In the universe of equity ETFs, market capitalization weighting strategies are incredibly dominant. The majority of the hundreds of domestic and international stock ETFs available to U.S. investors are linked to cap-weighted benchmarks, and the lion’s share of assets is in products that utilize this well known methodology. But in recent years, thanks in part to the ETF boom, alternative weighting methodologies have been gaining traction. For those seeking to steer clear of cap-weighting and all of its potential drawbacks, equal weighting has emerged as a popular alternative.
Part of the appeal of this approach may lie in the apparent simplicity; instead of giving the biggest allocations to the most valuable components of an index, equal weighting generally involves assigning an equivalent allocation to each security that meets the membership requirements for the benchmark. Breaking the link between stock price and index weight eliminates concerns that often are attached to cap-weighted ETFs, and the disciplined rebalancing that the equal weight approach forces can be an efficient way to reallocate holdings within a rules-based framework.
1. Equal Weighting Stocks
Many equal weight ETFs, including the $2.6 billion Rydex Equal Weight S&P ETF (RSP), simply assign equal allocations to each component security. For RSP, which holds the 500 stocks that make up the S&P 500, that means a weight of about 0.2% to every name in the index. For benchmarks with considerably more securities, the concentration can be even less significant; the MSCI Emerging Markets Equal Weight Index assigns a weighting of close to 0.1% to each of its component securities.
ETFs that implement this version of equal weighting strategy tend to have a heavier allocation in small cap and mid cap ETFs than their cap-weighted counterparts.
2. Equal Weighting Sectors
There is another twist on equal weighting that has made its way into the ETF wrapper: assigning equal weights to sectors of the economy. Many broad-based equity ETFs–both domestic and international–tend to maintain portfolios that are far from balanced from a sector perspective. Though the exact allocations can vary significantly, it is generally sectors such as energy, financials, and materials that receive the largest allocations while utilities, health care companies, and telecom stocks tend to be relatively underweighted.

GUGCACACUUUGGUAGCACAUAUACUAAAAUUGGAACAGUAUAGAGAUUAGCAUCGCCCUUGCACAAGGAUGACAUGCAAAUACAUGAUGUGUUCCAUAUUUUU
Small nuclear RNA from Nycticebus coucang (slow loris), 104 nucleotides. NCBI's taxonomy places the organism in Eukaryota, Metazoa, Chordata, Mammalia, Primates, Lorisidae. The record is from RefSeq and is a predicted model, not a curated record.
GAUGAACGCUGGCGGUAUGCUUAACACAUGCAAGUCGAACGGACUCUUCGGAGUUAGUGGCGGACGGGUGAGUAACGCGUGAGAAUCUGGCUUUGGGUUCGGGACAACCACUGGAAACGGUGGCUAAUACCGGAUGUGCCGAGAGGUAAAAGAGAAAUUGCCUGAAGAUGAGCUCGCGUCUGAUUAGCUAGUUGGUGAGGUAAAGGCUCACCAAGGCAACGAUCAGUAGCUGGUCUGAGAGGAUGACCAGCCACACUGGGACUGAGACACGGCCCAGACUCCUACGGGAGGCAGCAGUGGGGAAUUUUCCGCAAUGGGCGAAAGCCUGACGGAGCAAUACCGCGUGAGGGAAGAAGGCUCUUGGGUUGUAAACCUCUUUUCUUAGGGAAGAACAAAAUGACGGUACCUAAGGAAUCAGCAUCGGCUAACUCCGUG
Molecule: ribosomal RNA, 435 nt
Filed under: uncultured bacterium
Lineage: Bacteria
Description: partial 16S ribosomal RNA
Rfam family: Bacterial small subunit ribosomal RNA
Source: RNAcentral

The ALPS Equal Sector Weight ETF (EQL) takes a unique approach to domestic equity exposure; each of the nine major sectors of the U.S. economy receive an equivalent allocation. This approach might be appealing for a couple of reasons; it prevents establishing big allocation to sector-specific “bubbles” (a strategy that would have paid big dividends in the early 2000s) and also allows investors to participate in rallies in corners of the economy that are not always well represented in traditional equity products.
It should be noted that this version of equal weighting does not necessarily deliver equal weights at the individual stock level; because EQL’s holdings actually consist of sector SPDRs, this fund can be thought of as a blend between market cap weighting (at the individual stock level) and equal weighting (at the sector level).
1 + 2 = Rydex Russell ETFs
There are a couple of products on the market that combine both aspects of equal weighting, ensuring that investors achieve exposure that is balanced from a sector perspective while also avoiding concentrations in any individual components. A trio of Rydex ETFs linked to equal weight Russell indexes fit this description:
- Rydex Russell 1000 Equal Weight ETF (EWRI)
- Rydex Russell 2000 Equal Weight ETF (EWRS)
- Rydex Russell Mid Cap Equal Weight ETF (EWRM)
Each of these three funds are linked to indexes that apply a multi-level equal weighting approach; the nine sectors are equal weighted, and then each stock within those sectors receives an equivalent weighting. So some stocks receive a larger allocation than others in different sectors, but both cap weighting and sector tilts are avoided entirely.
There is no universally superior methodology here; certain approaches will work well in certain environments, while others will end up being optimal in others. In some cases, simple cap weighting will beat all of the various forms of equal weighting; amidst the heightened volatility of recent months, the simple market capitalization weighting approaches have performed quite well. But the option to choose from these various techniques should be quite appealing to investors; the current lineup of ETFs allows for impressive precision even within specific asset classes.
Disclosure: No positions at time of writing.
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